- The main character in Secret of Evermore.
- Agent Francis York Morgan of Deadly Premonition will go off on tangents discussing his favorite movies while driving around in game. It ranges from reminiscing about Fast Times at Ridgemont High to referencing some seriously obscure B-horror movies.
- Both John Egbert and his Troll counterpart, Karkat enjoy bad movies and rom-coms as a guilty pleasure (or in John's case, out of really bad taste), and John especially makes loads of references to them throughout the series.
- In Act 6, Jake English, who loves all movies indiscriminately, to the point that you can't see his bedroom walls under the posters. Must run in the family, given that Jake is an Alternate Universe version of Jade's grandfather, who is actually hers (and John's) genetic father.
- Inhuman Relations: Maureen is this, at least when incredibly bad movies are concerned.
- Tyler Dawn from morphe. It's implied that he is only able to cast magic by relating reality to things that he has seen or read in movies or books. When given a death collar he directly referred to it as a "Battle Royale" collar and when their host prepared a magical training class he asked if they would be doing a "Musical training montage against the cupboard spirit".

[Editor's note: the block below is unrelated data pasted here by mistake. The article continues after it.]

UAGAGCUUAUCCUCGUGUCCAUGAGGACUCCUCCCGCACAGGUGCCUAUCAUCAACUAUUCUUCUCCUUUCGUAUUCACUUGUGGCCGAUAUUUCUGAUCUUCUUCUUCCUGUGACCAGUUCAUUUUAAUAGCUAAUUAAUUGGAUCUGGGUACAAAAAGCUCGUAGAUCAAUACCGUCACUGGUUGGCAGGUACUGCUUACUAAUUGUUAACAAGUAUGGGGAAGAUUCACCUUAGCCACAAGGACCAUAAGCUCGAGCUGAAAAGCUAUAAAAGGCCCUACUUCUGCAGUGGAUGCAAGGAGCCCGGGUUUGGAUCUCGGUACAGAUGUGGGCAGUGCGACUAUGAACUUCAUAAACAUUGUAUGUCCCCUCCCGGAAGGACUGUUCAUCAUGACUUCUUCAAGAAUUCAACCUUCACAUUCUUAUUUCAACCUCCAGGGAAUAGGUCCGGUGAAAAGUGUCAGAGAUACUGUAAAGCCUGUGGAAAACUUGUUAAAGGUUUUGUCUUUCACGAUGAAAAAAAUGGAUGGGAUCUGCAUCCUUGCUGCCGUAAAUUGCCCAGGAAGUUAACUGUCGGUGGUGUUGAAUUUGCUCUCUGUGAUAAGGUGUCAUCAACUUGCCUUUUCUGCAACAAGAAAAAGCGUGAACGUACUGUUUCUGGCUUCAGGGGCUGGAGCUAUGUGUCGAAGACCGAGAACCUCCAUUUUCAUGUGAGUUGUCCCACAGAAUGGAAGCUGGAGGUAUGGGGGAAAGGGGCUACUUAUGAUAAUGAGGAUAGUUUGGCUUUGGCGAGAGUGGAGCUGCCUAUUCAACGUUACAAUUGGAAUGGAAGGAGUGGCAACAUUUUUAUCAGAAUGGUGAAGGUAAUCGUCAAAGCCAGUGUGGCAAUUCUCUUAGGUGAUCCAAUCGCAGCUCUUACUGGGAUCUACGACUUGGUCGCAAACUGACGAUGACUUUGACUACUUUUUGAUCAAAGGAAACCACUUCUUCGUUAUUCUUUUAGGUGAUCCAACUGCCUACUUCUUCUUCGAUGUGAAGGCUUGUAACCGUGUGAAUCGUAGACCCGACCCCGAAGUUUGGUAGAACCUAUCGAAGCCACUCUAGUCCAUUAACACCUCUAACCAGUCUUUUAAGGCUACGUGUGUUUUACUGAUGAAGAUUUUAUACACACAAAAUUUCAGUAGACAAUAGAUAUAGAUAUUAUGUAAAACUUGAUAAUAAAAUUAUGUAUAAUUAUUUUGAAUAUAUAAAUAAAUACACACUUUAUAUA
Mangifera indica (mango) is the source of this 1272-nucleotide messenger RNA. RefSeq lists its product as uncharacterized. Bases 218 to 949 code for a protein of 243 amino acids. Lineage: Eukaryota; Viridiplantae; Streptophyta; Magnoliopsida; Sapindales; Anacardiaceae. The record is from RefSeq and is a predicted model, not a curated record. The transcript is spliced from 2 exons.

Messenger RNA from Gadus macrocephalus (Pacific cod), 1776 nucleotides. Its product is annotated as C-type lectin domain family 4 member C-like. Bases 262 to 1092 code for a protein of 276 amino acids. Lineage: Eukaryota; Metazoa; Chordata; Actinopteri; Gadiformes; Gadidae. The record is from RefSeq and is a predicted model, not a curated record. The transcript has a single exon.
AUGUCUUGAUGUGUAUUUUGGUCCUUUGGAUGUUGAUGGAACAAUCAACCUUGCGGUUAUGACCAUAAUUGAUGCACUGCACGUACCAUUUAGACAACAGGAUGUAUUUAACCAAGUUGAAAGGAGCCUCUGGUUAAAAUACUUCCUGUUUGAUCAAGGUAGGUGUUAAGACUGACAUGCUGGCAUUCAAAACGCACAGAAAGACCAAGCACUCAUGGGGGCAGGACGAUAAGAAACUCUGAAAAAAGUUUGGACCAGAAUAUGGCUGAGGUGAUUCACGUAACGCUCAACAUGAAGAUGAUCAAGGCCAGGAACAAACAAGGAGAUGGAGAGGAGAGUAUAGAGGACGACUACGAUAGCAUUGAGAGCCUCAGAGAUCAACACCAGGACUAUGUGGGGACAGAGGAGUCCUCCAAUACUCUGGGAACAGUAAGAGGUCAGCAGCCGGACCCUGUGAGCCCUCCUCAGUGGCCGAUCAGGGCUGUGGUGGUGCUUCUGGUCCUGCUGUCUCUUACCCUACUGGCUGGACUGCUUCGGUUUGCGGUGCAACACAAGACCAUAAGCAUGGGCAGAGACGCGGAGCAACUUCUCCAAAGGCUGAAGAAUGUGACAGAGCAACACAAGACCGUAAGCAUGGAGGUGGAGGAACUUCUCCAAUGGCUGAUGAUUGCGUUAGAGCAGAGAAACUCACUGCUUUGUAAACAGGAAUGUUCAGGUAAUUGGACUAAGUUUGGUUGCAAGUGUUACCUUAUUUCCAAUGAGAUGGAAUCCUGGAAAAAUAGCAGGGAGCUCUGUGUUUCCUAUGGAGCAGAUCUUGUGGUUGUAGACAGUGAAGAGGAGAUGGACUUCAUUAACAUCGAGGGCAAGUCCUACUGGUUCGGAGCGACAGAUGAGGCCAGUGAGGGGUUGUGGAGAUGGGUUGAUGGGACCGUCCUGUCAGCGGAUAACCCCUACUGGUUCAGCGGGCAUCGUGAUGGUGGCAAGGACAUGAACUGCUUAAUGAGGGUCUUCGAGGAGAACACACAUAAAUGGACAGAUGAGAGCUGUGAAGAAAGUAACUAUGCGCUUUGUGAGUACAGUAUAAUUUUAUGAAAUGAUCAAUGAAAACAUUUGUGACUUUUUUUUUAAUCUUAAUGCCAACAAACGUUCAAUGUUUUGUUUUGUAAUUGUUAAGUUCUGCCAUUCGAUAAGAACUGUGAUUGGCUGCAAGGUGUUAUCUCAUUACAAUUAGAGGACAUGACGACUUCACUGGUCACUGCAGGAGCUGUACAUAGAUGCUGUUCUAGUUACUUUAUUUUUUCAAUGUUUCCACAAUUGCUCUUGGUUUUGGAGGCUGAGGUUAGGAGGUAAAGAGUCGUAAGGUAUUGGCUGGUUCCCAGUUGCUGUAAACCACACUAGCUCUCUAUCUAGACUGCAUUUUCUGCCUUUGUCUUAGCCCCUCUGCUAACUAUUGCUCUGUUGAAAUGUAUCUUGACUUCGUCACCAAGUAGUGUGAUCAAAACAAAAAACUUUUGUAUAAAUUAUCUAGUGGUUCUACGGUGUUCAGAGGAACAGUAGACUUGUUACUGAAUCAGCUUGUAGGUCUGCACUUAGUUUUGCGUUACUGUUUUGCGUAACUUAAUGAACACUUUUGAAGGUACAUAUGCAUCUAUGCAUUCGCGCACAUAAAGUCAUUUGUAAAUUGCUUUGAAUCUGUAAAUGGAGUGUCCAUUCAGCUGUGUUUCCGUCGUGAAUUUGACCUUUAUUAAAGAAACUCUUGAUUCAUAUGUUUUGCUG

- Joe of Joe Loves Crappy Movies loves crappy movies.
- Family Guy's Carl specializes in action movies and/or hot actresses, and can quote the exact second you need to see.
- King of the Hill Bobby Hill, much to the ire of his father.
- The Critic Jay Sherman is one and a film critic.
- Comes into play in the Teen Titans episode... er... "Episode 257-494" where Control Freak traps the group inside a TV dimension and Beast Boy uses his knowledge of entertainment to help save the day.
- Wayne from 6teen is a parody of Jack Black's character in High Fidelity, just with his obsession switched from music to movies.